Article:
Do you find yourself in that exact scenario?

Start first by embracing the work it takes to transform deeply entrenched bad habits into beneficial lifestyle changes. Being Agile is a marathon, not a sprint (ironically). It takes time, endurance, training, patience and support.

True, some compete in marathons with no help at all. Often, though, they are the ones who embrace everything it takes to be successful with it from the beginning. That doesn’t describe the majority of us. The rest of us probably need some sort of support system for it and have to overcome the mental hurdles that come with such big changes in how we eat, exercise and live day to day.

Don’t let Agile become your fad diet. Be honest with yourself on whether or not you are equipped to go it alone. Otherwise you will be wasting precious time and money seeing small successes but never truly getting where you want to go. Next thing you know, you will be back into those old habits.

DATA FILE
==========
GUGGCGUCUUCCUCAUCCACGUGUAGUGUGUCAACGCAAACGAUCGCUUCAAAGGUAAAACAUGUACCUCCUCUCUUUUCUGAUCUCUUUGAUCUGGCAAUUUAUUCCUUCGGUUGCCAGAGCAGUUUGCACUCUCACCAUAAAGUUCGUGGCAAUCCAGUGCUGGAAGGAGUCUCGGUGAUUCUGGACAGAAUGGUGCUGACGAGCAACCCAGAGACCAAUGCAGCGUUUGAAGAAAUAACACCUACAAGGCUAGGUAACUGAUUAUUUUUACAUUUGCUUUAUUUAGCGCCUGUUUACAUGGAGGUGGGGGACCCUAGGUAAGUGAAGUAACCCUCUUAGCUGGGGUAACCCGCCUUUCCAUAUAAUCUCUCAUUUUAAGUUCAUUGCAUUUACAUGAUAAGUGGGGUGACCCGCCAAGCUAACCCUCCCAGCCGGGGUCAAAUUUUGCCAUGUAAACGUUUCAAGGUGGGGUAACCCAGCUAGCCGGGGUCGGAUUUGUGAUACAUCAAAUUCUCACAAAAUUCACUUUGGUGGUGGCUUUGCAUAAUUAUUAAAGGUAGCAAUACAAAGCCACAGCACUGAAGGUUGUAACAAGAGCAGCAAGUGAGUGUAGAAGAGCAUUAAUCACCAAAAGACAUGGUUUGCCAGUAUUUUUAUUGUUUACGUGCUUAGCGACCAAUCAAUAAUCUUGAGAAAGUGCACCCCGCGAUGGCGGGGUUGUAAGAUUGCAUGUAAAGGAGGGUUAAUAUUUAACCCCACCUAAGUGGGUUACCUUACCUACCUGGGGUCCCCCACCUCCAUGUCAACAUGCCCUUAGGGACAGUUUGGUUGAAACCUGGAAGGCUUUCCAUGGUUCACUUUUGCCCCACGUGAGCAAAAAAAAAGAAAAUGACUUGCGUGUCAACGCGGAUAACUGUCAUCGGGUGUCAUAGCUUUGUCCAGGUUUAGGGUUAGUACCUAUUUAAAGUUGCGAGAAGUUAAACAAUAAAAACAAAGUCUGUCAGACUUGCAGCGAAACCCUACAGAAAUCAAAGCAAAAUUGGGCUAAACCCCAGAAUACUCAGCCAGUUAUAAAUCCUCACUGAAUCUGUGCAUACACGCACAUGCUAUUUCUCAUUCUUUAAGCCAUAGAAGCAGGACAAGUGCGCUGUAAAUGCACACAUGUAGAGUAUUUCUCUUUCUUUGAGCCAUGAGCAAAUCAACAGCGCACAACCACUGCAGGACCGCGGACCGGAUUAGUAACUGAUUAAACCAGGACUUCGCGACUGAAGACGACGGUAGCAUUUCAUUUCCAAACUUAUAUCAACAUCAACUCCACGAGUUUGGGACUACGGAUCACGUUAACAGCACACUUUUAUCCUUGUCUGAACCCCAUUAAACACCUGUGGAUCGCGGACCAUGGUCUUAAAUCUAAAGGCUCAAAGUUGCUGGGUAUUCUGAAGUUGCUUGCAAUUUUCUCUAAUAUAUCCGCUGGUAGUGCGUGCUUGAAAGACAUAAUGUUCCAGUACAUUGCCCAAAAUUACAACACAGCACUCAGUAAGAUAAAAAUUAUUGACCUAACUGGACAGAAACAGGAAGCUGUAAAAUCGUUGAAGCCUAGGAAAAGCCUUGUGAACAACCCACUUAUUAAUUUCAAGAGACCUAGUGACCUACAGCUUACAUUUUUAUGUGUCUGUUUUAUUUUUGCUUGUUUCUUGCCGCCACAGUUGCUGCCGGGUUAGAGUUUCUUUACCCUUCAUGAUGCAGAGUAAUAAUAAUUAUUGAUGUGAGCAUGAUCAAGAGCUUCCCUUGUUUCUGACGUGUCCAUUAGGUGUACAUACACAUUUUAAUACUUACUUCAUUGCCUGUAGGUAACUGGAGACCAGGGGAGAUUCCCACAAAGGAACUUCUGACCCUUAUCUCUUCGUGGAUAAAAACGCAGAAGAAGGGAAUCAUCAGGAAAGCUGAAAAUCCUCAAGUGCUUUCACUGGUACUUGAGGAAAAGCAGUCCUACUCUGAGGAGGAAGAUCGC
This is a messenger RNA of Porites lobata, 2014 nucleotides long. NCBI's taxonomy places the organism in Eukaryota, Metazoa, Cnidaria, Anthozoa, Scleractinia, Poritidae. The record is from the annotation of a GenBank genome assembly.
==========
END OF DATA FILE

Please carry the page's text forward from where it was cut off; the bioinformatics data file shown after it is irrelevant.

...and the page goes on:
It’s true...individual results may vary. Every person, team and organization is different. How much weight you want to lose and how hard you are willing to work may be different from others; your goals are different. But don’t give up. When you are tempted to grab that cupcake, just back away and remember your goals. When the barbecue comes up on the schedule, bring your own food, have a light beer and pass on the s'mores. You’ll feel better and sticking to your new routine will get easier...I promise.

About the Author: Robert Woods

Robert Woods serves as Director, National Agile Practice at MATRIX. Robert has spent years working with organizations on collaborative lean development, Agile testing techniques, requirements analysis, project envisioning, and relationship management, Agile within ITSM and Agile leadership. Robert is the creator of the CLEAR (Collaborative, Lean, Evolving, Adaptable, Reportable) Portfolio Management concept and has developed an entire Agile adoption curriculum. Robert’s passion is helping organizations achieve Business and IT Alignment through creating visibility and collaboration across the enterprise, focus on delivery of real business value and creating great teams focused on innovation, communication and trust.